Fetal heart rate (FHR) detection is the primary methodology for antenatal determination of fetal well-being and assisting in the identification of potential hazards such as hypoxia and distress to the fetus. The expected outcome of early detection is a reduced risk of fetal morbidity and mortality.
Currently, FHR is most commonly detected using Doppler ultrasound where the standard predelivery test of fetal health is the fetal nonstress test (NST). These tests are routinely performed at the hospital with continuous-wave instruments.
Although current ultrasonic FHR detectors are becoming less expensive and less bulky, accurate sensor alignment and some degree of expertise are still required to correctly operate them. In addition, they are sensitive to motion and the safety of long-term fetal exposure to ultrasound waves has yet to be established. As a result, only short-term testing is actually practiced.
One alternative is the fetal electrocardiogram (FECG), but the procedure is more complex and less practical. In addition, commercial devices operating on noninvasive FECG are not available today.
More recently, optical methods that are still at the research stage have been proposed, in which halogen and tungsten lamps are used as light sources and a photomultiplier performs detection. However, these techniques are typically expensive, require high optical power, and are difficult to implement due to size and power consumption limitations.
An Optical FHR Detection System
A research team at the National University of Malaysia proposed a low-power optical technique based on the photoplethysmogram (PPG) signal, which is generated when a beam of light is modulated by blood pulsations, to noninvasively estimate the FHR. The doctor or technician shines a beam of LED light (less than 68 mW) at the maternal abdomen, modulated by the blood circulation of the mother and fetus. Maximum light wave penetration is achieved at a wavelength of 890 nm. This mixed signal can be processed by an adaptive filter using digital signal processing with the maternal index finger PPG as a reference input.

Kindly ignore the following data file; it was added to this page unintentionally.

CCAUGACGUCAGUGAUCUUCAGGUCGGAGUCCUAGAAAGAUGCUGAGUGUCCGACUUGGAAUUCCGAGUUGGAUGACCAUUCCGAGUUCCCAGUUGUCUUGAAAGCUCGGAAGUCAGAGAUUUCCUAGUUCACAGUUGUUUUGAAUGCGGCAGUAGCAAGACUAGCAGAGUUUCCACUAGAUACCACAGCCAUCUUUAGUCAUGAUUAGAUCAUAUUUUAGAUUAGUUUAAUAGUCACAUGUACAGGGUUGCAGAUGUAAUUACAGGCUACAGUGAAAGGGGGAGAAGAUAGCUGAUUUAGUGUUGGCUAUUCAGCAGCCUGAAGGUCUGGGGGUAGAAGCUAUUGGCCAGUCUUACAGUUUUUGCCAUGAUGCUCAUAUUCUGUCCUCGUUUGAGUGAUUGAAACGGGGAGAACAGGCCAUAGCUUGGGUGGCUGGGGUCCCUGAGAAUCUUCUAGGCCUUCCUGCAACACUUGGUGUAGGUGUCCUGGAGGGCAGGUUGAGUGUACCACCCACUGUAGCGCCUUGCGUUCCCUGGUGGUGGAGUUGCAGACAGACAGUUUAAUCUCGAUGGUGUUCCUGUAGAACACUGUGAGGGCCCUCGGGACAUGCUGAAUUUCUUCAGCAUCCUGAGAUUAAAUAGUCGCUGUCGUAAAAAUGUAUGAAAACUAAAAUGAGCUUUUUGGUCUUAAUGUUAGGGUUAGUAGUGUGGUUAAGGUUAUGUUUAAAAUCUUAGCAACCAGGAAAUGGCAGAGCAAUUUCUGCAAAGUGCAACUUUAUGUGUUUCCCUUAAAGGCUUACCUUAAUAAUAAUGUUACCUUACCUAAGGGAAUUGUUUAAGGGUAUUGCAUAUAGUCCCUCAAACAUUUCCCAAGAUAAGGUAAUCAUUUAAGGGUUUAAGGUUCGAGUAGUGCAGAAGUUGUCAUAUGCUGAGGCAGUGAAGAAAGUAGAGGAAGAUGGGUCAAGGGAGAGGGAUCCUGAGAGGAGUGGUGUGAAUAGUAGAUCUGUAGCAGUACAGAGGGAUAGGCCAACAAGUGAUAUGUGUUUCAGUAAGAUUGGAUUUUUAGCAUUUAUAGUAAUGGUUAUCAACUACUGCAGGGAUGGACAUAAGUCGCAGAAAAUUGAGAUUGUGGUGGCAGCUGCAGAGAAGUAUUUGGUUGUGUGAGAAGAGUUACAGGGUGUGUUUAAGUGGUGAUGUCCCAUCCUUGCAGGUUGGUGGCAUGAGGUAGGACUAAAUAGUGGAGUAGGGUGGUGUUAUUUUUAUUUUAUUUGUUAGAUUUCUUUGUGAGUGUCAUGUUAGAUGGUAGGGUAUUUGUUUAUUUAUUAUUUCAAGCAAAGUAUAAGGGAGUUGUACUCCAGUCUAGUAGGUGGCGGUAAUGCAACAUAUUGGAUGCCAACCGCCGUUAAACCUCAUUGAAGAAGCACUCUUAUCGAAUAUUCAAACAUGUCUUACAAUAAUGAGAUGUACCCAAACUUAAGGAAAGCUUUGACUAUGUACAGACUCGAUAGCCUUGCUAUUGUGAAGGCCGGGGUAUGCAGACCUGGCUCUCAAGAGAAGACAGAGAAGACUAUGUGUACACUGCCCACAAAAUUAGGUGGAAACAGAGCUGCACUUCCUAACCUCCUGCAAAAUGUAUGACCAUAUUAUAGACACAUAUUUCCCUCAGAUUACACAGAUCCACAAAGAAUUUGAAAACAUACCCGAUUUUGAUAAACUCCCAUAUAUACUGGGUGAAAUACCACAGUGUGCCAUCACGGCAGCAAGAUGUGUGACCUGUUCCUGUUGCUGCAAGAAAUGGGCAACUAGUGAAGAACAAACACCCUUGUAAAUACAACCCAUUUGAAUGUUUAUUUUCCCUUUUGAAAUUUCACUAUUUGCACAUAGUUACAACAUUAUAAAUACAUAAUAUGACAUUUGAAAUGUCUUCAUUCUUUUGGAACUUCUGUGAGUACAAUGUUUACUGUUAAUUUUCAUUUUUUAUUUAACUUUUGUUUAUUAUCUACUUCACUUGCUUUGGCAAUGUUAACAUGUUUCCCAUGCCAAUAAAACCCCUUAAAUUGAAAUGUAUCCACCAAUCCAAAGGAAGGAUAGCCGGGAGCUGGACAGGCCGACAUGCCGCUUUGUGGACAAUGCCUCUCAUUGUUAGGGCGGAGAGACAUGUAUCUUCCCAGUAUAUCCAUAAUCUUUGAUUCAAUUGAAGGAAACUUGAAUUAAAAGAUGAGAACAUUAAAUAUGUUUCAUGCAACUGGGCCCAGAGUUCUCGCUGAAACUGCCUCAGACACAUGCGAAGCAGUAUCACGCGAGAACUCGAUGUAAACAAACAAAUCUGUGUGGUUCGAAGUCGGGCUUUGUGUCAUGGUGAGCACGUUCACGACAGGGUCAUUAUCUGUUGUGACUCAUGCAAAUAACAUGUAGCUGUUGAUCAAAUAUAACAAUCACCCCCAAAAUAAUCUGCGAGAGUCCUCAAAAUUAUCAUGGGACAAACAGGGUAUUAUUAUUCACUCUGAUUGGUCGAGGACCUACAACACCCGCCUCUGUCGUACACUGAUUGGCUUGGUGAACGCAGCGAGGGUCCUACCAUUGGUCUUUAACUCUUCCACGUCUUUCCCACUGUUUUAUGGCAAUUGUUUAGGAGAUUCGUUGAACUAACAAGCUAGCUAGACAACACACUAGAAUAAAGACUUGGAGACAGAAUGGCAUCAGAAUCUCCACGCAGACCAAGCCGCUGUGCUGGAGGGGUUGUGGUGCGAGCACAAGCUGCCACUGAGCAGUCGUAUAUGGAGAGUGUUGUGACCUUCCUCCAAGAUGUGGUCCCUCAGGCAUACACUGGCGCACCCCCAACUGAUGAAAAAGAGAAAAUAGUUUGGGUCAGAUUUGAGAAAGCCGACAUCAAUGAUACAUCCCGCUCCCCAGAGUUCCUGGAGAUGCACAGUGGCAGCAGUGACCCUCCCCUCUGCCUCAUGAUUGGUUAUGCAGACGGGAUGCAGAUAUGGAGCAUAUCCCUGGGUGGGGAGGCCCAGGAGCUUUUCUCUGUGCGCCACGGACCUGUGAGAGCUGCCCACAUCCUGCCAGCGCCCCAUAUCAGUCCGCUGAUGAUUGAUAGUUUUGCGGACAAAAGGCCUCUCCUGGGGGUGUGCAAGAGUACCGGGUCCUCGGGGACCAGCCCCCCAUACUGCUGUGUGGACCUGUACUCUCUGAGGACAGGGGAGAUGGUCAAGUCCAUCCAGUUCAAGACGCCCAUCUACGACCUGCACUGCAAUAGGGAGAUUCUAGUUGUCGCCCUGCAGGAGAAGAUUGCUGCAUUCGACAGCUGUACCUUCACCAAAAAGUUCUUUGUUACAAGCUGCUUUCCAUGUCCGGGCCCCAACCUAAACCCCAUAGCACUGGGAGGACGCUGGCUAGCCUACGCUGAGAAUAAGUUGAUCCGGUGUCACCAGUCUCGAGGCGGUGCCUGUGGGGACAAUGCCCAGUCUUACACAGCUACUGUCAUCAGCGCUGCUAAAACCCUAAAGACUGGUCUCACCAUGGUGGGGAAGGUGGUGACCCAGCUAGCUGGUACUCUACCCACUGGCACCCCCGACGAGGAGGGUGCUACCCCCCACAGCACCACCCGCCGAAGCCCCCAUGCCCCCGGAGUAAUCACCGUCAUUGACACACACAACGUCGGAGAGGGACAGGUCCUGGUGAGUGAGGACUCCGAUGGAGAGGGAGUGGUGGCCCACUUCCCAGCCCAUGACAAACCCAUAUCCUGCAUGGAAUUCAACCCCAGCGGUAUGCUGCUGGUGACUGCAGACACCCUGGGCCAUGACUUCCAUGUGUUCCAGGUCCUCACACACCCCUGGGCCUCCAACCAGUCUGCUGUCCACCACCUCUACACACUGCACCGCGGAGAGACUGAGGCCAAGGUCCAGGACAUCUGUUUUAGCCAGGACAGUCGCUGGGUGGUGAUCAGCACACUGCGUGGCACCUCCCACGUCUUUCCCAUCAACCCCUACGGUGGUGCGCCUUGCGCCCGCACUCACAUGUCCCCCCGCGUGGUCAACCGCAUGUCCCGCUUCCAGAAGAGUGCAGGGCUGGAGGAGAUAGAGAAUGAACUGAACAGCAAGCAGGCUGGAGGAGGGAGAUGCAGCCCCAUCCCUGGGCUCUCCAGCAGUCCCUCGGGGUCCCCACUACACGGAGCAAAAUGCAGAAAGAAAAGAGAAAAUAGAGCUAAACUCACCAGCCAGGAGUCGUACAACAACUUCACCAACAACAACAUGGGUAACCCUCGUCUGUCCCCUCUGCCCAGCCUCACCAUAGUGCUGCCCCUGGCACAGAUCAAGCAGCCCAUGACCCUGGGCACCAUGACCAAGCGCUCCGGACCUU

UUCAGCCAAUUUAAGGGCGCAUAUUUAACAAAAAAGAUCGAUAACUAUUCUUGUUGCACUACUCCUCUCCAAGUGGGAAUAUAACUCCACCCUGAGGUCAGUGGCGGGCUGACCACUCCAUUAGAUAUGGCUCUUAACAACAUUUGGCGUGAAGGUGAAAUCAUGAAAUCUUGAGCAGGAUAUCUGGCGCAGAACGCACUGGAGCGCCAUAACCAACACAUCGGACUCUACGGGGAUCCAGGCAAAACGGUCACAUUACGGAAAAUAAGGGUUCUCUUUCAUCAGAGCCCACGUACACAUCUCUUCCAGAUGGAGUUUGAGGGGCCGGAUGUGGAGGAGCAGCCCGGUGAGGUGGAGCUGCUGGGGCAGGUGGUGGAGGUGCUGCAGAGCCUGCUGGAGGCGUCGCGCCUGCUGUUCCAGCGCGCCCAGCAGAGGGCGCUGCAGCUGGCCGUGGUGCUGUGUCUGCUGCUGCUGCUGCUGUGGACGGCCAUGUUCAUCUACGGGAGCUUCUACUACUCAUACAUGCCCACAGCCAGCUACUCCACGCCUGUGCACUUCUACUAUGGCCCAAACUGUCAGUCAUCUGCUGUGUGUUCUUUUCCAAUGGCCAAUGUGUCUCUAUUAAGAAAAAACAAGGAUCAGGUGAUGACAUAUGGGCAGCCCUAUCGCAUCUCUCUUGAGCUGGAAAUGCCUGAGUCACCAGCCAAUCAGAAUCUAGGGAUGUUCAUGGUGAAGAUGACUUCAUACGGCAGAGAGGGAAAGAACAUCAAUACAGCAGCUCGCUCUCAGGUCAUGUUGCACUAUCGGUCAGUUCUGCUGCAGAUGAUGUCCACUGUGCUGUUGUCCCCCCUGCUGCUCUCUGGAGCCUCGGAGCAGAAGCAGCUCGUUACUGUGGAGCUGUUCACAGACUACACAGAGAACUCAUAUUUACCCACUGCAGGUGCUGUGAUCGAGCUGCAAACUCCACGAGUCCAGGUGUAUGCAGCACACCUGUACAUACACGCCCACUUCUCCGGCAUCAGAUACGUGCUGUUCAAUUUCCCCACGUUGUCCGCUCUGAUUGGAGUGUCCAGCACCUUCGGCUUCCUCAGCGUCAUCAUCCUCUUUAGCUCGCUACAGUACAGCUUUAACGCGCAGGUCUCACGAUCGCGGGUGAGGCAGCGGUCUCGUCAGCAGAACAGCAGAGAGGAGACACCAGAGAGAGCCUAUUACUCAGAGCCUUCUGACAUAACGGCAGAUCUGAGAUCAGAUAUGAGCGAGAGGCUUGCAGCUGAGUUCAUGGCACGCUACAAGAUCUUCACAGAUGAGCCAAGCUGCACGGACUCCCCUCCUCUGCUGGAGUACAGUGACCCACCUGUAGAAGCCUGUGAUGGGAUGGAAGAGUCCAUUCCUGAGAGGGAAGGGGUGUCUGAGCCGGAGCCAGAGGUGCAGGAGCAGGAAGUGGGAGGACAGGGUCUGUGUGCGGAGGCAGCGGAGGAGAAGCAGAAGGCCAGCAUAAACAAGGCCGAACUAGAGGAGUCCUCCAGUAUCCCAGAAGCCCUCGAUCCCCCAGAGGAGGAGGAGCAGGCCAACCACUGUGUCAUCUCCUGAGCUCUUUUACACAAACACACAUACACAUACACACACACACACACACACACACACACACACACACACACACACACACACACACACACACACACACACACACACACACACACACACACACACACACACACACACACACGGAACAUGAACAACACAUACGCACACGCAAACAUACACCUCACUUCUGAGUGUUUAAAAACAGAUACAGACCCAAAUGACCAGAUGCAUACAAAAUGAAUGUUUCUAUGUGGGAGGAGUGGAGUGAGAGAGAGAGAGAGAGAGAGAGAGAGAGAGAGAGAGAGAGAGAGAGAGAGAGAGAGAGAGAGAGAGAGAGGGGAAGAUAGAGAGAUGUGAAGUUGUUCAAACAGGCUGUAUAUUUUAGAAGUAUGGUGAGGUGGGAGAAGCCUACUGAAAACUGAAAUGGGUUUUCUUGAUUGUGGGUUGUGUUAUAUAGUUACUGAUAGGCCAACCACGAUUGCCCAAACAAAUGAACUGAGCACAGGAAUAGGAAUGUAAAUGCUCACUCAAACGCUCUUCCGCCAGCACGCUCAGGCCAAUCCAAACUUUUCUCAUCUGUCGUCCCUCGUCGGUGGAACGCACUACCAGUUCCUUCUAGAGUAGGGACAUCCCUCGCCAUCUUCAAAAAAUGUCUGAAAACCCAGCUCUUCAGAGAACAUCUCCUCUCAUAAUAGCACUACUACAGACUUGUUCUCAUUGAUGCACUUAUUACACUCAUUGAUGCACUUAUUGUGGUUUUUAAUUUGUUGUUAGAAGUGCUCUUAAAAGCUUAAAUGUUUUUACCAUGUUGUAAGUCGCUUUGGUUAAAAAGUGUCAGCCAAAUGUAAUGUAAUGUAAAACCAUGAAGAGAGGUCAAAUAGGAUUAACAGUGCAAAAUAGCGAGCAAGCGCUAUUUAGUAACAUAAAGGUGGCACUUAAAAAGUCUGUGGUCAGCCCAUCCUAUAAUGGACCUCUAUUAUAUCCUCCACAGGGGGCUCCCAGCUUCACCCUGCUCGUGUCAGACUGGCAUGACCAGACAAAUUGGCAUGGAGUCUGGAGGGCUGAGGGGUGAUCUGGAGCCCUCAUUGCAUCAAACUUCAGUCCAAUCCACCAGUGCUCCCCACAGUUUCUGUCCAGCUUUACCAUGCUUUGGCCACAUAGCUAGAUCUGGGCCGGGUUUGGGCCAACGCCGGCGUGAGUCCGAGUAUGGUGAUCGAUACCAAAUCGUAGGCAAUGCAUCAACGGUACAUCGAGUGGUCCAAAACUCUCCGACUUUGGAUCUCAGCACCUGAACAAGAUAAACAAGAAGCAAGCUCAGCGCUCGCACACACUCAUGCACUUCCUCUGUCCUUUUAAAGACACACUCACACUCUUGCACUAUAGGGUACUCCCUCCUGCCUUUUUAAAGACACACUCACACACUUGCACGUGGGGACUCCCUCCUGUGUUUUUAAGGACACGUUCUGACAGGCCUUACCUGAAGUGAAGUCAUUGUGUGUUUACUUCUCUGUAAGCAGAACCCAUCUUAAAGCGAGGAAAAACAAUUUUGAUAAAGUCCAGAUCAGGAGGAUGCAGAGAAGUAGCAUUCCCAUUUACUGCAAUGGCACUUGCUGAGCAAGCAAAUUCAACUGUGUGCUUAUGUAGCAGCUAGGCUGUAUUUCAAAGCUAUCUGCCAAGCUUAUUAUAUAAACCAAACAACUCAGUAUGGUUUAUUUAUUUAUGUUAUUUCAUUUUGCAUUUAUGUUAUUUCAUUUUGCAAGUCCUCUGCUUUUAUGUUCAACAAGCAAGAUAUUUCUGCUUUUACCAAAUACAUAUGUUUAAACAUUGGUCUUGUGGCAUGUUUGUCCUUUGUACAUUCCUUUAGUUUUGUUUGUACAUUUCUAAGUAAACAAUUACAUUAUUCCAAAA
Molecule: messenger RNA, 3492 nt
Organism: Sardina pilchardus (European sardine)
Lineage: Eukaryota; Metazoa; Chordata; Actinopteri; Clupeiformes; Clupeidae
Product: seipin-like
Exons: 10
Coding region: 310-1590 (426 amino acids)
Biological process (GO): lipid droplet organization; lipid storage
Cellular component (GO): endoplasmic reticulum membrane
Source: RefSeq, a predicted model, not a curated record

The team developed the optical FHR (OFHR) detection system using National Instruments’ LabVIEW graphical system design software and hardware. In the OFHR system, reducing the input power of the incident radiation led to a lower SNR, and the excitation signal was a chopped light beam. The system performed synchronous detection, and a software sub-routine generated the modulation frequency through a counter port using the NI 9474 digital output module.
At the receiver side, low-noise amplification and synchronous detection ensured conservation of the information with minimum noise power. A 24-bit NI USB-9239 analog-to-digital converter (ADC) minimized the effects of quantization noise. Once digitized, the signal was processed via adaptive noise canceling (ANC) techniques to extract the fetal PPG from the mixed signal.
The fetal probe (primary signal) was attached to the maternal abdomen using a Velcro belt to hold the IR-LED and photodetector separated by 4 cm, while the reference probe was attached to the mother’s index finger. Because the selected IR-LED could only emit a maximum optical power of 68 mW, the OFHR system operated with an optical power less than the limit of 87 mW specified by the International Commission on Non-Ionizing Radiation Protection (ICNIRP). To modulate the IR-LED, the modulation signal was generated at a frequency of 725 Hz using the software subroutine through a NI 9474 counter port to the LED driver.
A low-noise (6 nV/Hz1/2) transimpedance amplifier converted the detected current to a voltage level. The reference probe (the mother’s index finger) consisted of an IR-LED and a solid-state photodiode with an integrated preamplifier. The signal from this probe was denoted as I(M2); M2 refers to the maternal contribution. Synchronous detection was not required at this channel because the finger photoplethysmogram had a high signal-to-noise ratio (SNR).
The NI USB-9239 24-bit resolution data acquisition module simultaneously digitized the detected signals from both probes at a rate of 5.5 kHz. The demodulation, digital filtering, and signal estimation were all performed in the digital domain. Software implementation consisted of generating a modulation signal, a synchronous detection algorithm, down-sampling, high-pass filtering, and an adaptive-noise-cancelling (ANC) algorithm.
The team used LabVIEW to implement the entire algorithm and part of the instrument. After preprocessing and applying the ANC algorithm, LabVIEW displayed results for the fetal signal and the FHR.